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Oct. 22 – COLUMNIST: Do You Let Them Vent?

Category: Featured Columnists

by Dennis Hooper, Featured Columnist, Savannah Business Journal


Oct. 22, 2014 - What do you do when colleagues or direct reports (or even your boss, a friend, or your spouse) show up and seem overwhelmed by some negative emotion? Do you allow some safe space and let them blow off steam? Or do you quickly direct them to “get on with” some more clearly productive activity?

If you are a leader who leans toward a “command and control” style, this might sound like a setup for some soft, touchy-feely technique. In the interest of building healthy relationships, however, I’m advocating that, as a leader who seeks improved effectiveness, you let folks vent, at least for a while.

You don’t leave them there, of course. Offering a safe place for people to express their emotions--and receive some genuine empathy--is a valuable service you provide for individuals you influence.

Emotions are real and often unpredictable. Feelings can develop when people least expect them. Folks want to express their emotions, seeking compassion before they can even think logically about options they might pursue.

Further, folks want to feel that they matter. By inference, they need to feel that their emotions matter, too, not only to them, but also to someone they respect. That esteemed individual may be you!

When they are upset, discouraged, hopeless, distracted, angry, or confused (obviously, many emotions could be listed here), people want to be able to express themselves. They want to be taken seriously, to be supported, and to be given safe space to become reoriented and productive again. And they don’t want the emotional outburst to be held against them.

Let me give some credit here to my wife. After one of those times when she was struggling with an issue, I behaved poorly. I was unintentionally inconsiderate. However, I recognized the error of my ways and I asked her to spend some time talking together about how we might prevent future such incidents. She had some great ideas, and she has given me permission to include them here.

Though I’m typically not a fan of acrostics, I think that perhaps in this case, the term VENT might be a useful tool. As the leader, your willingness to show the concern evidenced by the behaviors below will pay dividends for your relationships and even for your own peace of mind. These four elements of your response are not intended to be sequential. You can do them simultaneously or in any order.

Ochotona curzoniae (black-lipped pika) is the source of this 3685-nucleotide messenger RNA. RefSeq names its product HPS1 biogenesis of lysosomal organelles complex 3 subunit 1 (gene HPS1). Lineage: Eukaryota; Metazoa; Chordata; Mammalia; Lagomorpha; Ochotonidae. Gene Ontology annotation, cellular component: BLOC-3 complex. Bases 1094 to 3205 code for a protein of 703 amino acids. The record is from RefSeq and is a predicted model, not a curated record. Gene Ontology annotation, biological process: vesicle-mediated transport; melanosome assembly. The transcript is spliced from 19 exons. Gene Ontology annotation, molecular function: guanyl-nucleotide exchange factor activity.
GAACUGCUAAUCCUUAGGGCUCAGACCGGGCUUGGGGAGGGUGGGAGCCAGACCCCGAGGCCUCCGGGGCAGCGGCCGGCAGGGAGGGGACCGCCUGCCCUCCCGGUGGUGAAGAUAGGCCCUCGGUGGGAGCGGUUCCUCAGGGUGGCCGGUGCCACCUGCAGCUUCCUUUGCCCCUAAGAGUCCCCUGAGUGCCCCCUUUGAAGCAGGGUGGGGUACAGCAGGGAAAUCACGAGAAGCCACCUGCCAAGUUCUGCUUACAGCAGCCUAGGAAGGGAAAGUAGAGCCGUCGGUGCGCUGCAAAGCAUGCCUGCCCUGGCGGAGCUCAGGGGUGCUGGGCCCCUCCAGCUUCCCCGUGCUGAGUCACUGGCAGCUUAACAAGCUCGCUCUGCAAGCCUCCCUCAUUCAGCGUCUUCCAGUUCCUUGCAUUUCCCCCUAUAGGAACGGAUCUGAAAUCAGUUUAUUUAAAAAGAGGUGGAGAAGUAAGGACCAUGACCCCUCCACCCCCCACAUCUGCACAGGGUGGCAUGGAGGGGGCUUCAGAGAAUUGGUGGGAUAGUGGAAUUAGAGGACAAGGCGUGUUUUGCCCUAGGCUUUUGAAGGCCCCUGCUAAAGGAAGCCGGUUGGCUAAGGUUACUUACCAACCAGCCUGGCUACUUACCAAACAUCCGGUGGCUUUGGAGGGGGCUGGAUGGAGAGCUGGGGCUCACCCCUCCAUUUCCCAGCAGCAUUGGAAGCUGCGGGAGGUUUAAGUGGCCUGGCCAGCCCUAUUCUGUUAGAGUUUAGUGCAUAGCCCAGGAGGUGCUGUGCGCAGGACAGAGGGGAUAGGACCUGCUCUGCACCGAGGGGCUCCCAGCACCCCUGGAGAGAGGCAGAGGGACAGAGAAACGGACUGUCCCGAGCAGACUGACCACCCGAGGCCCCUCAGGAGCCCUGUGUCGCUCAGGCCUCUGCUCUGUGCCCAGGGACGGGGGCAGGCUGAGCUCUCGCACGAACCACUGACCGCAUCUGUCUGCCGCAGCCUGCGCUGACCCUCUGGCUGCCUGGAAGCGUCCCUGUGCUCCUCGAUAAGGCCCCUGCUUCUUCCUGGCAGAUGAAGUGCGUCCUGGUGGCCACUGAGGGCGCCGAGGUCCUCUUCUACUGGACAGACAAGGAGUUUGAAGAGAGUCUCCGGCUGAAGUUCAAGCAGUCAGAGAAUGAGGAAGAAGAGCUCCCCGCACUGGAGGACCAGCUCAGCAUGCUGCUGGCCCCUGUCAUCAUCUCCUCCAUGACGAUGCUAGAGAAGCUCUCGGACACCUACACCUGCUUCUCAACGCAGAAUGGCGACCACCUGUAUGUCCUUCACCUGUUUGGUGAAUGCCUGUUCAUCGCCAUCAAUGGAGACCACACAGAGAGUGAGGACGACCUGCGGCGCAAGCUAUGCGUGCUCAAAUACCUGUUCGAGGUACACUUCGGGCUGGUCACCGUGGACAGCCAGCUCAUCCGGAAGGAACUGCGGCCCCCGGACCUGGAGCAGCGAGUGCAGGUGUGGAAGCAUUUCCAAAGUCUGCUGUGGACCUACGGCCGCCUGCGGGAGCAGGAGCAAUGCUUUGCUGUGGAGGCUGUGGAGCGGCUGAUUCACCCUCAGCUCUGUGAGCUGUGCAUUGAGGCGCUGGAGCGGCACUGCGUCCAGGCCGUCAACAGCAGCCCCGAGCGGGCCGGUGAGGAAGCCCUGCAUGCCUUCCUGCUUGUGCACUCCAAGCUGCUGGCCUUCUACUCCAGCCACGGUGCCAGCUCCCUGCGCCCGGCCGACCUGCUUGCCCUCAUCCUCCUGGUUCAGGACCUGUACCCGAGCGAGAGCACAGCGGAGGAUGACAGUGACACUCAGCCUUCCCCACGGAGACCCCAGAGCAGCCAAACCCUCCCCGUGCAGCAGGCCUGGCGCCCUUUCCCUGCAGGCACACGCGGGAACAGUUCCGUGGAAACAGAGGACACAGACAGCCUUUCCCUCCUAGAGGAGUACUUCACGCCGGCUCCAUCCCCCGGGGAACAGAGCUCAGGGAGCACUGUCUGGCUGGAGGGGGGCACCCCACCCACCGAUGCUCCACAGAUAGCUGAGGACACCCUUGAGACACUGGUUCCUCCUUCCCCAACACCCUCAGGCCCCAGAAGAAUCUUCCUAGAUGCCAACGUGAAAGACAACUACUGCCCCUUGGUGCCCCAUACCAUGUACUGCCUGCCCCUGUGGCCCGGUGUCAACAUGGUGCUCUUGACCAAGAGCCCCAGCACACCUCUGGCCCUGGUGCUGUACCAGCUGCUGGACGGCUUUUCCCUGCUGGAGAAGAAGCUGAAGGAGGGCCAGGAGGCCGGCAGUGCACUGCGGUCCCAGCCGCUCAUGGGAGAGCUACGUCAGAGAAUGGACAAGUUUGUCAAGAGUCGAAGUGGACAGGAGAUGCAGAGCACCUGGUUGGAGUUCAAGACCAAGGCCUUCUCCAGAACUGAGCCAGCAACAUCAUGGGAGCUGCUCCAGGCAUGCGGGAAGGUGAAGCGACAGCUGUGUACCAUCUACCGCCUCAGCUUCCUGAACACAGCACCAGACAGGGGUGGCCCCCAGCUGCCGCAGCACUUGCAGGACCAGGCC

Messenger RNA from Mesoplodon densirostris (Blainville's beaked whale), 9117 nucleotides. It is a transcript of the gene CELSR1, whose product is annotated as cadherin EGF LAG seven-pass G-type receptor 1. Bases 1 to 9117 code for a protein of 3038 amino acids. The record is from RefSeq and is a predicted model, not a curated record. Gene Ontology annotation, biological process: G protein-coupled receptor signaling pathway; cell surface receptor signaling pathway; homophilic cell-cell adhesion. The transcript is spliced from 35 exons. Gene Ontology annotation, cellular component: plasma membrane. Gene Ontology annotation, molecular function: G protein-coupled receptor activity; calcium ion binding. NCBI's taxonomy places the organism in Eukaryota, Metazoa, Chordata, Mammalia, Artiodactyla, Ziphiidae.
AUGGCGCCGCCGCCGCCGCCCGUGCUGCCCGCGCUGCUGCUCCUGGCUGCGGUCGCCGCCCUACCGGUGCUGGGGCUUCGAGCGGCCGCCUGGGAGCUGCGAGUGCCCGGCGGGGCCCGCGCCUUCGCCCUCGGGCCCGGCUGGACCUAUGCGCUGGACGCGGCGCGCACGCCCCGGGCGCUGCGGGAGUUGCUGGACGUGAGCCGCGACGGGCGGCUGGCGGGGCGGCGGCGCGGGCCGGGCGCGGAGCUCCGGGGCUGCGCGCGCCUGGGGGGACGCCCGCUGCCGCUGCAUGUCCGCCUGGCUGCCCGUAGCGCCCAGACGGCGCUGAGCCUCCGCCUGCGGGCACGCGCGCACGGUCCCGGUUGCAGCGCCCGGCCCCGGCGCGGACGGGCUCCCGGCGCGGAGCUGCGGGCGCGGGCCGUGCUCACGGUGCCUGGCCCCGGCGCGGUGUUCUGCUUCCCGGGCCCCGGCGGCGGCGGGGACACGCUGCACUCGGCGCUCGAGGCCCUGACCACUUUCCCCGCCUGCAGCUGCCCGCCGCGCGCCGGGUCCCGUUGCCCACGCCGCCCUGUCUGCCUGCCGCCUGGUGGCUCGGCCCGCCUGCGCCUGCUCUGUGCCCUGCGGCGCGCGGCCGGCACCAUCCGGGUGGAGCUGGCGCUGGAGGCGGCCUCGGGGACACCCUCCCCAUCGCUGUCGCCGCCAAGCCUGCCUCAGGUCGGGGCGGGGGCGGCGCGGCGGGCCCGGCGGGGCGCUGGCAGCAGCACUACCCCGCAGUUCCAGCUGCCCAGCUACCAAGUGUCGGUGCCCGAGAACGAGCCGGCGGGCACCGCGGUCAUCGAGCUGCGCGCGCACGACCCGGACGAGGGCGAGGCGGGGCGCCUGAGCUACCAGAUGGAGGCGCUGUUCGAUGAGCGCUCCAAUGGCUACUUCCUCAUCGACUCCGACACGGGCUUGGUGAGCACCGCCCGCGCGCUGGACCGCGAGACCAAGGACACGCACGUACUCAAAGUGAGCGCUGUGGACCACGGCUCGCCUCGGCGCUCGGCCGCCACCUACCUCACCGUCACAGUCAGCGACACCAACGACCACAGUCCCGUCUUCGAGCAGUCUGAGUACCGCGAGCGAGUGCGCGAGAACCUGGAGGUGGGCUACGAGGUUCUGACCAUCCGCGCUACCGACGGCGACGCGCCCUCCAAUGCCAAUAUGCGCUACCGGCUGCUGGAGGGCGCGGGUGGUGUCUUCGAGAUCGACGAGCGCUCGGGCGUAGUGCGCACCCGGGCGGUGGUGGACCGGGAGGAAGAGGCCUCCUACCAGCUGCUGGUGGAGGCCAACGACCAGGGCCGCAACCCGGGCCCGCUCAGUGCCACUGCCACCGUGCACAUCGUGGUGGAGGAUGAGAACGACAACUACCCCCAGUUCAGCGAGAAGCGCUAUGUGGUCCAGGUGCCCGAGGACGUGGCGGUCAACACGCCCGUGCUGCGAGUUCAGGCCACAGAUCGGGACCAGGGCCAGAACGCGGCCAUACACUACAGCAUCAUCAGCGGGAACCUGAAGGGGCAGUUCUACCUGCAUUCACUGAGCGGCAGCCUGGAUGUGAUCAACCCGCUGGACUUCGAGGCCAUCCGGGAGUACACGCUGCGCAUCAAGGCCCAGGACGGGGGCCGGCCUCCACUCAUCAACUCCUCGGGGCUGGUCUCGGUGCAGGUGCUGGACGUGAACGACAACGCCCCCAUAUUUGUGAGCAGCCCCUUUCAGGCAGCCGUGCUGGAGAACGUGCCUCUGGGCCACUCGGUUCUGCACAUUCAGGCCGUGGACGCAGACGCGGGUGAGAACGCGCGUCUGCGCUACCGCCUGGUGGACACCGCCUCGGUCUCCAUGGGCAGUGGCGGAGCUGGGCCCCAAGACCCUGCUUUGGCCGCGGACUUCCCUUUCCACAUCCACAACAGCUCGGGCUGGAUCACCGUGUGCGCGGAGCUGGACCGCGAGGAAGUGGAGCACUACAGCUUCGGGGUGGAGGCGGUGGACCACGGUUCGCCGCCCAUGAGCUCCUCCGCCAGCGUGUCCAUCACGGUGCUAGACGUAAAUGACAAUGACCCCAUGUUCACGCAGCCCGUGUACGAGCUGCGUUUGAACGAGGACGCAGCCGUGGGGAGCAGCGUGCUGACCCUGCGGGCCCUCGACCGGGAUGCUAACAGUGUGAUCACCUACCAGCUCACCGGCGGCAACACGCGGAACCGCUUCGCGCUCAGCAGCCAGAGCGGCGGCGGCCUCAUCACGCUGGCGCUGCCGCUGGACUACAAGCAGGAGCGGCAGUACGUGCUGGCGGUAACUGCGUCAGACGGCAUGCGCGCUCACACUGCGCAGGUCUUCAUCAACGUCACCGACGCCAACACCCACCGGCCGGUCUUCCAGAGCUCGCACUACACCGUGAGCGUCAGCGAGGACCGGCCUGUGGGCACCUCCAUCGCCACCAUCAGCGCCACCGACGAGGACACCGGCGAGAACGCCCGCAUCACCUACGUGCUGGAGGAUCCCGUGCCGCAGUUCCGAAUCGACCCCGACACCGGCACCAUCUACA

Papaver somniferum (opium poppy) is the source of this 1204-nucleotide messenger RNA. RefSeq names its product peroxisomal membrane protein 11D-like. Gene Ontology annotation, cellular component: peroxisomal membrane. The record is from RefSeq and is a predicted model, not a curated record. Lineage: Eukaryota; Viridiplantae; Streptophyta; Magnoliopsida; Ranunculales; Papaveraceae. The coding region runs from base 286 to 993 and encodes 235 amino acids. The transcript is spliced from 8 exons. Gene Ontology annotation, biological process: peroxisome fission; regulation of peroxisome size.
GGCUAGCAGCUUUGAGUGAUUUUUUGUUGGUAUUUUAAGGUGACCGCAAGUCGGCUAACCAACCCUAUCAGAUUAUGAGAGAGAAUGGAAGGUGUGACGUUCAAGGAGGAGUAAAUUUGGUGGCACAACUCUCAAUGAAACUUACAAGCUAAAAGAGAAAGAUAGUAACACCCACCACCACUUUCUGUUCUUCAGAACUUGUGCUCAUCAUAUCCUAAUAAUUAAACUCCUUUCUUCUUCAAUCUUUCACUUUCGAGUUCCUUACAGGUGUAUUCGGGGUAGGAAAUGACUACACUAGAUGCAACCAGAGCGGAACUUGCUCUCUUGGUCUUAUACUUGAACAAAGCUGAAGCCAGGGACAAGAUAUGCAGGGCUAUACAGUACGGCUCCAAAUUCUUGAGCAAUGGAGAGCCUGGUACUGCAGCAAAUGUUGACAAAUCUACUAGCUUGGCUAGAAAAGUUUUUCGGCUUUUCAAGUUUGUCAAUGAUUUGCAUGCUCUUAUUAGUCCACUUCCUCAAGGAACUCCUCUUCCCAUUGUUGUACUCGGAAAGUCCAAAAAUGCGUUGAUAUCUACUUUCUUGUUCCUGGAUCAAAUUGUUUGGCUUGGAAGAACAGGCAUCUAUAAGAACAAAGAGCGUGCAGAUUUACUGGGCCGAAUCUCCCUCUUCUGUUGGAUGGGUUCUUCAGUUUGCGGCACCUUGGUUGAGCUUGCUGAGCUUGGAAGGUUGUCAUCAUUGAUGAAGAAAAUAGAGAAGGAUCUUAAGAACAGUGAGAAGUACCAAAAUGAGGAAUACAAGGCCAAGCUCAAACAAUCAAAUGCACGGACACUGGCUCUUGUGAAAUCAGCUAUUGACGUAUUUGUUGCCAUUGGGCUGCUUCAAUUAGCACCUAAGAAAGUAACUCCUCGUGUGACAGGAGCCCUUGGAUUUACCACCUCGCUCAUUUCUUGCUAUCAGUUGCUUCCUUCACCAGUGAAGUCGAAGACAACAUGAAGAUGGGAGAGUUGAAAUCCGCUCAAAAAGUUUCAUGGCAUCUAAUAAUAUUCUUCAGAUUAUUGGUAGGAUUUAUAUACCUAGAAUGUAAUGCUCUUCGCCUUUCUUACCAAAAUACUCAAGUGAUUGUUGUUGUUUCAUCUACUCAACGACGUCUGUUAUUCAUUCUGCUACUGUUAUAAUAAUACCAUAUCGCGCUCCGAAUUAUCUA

Validate/Value. You have no right to judge whether the emotions the person is experiencing are appropriate or not. You don’t have enough information to do that. You are in much safer territory if you ignore for a few minutes the content of the concerns and focus instead on your appreciation and respect for the individual. Assure the person of his or her worth in your eyes. (Note: validating the person does not imply you agree with his or her perspective.)

Engage/Empathize. Invite the individual to speak. Listen closely. Seek to understand the person’s emotional response to the situation. Paraphrase back to the person the difficult situations he or she has had to endure. Empathize with the way the person is feeling currently.

Needs/Nurture. Narrow the gap between you and the person. Move closer, at least emotionally and mentally. Allow the person time and space to focus on his or her needs without redirecting focus outward to others (colleagues, friends, customers, direct reports, etc.). There will be opportunity to redirect that focus toward a “serving others” perspective, but for the moment, let the person focus on self and feel your acceptance and nurturing.

Together. A person who needs to vent does not want to feel alone or abandoned. This step is the antithesis of separateness. The person may appear reluctant to talk or may be energetic and effusive. When the tipping point is reached, the expression of emotion will flow. It’s hard to verbalize emotions, yet understanding of his or her feelings is what the person wants. Generate a feeling of togetherness, an affirmation that the two of you will figure out jointly what to do about this situation.

After a while, the focus on emotion will fade, and the person will transition to seeking the appropriate action to take. That will be your cue to shift to collaborative ally and coach, helping the person think about long-term desired outcomes and generating and considering options for achieving them.

God gave us emotions for a reason. They serve as indicators of something being off balance. To move to troubleshooting cause-and-effect too quickly can reduce the effectiveness of this interaction due to an oversight of some very important, relevant information. In general, allow the person to determine the pace of moving emotional venting into the “So what should we do about this?” phase.


Dennis Hooper is an Executive Coach in Atlanta, helping organizations build future leaders, improve processes, and establish healthy cultures. Contact Dennis at This email address is being protected from spambots. You need JavaScript enabled to view it. or call 404-575-3050. His leadership articles are at

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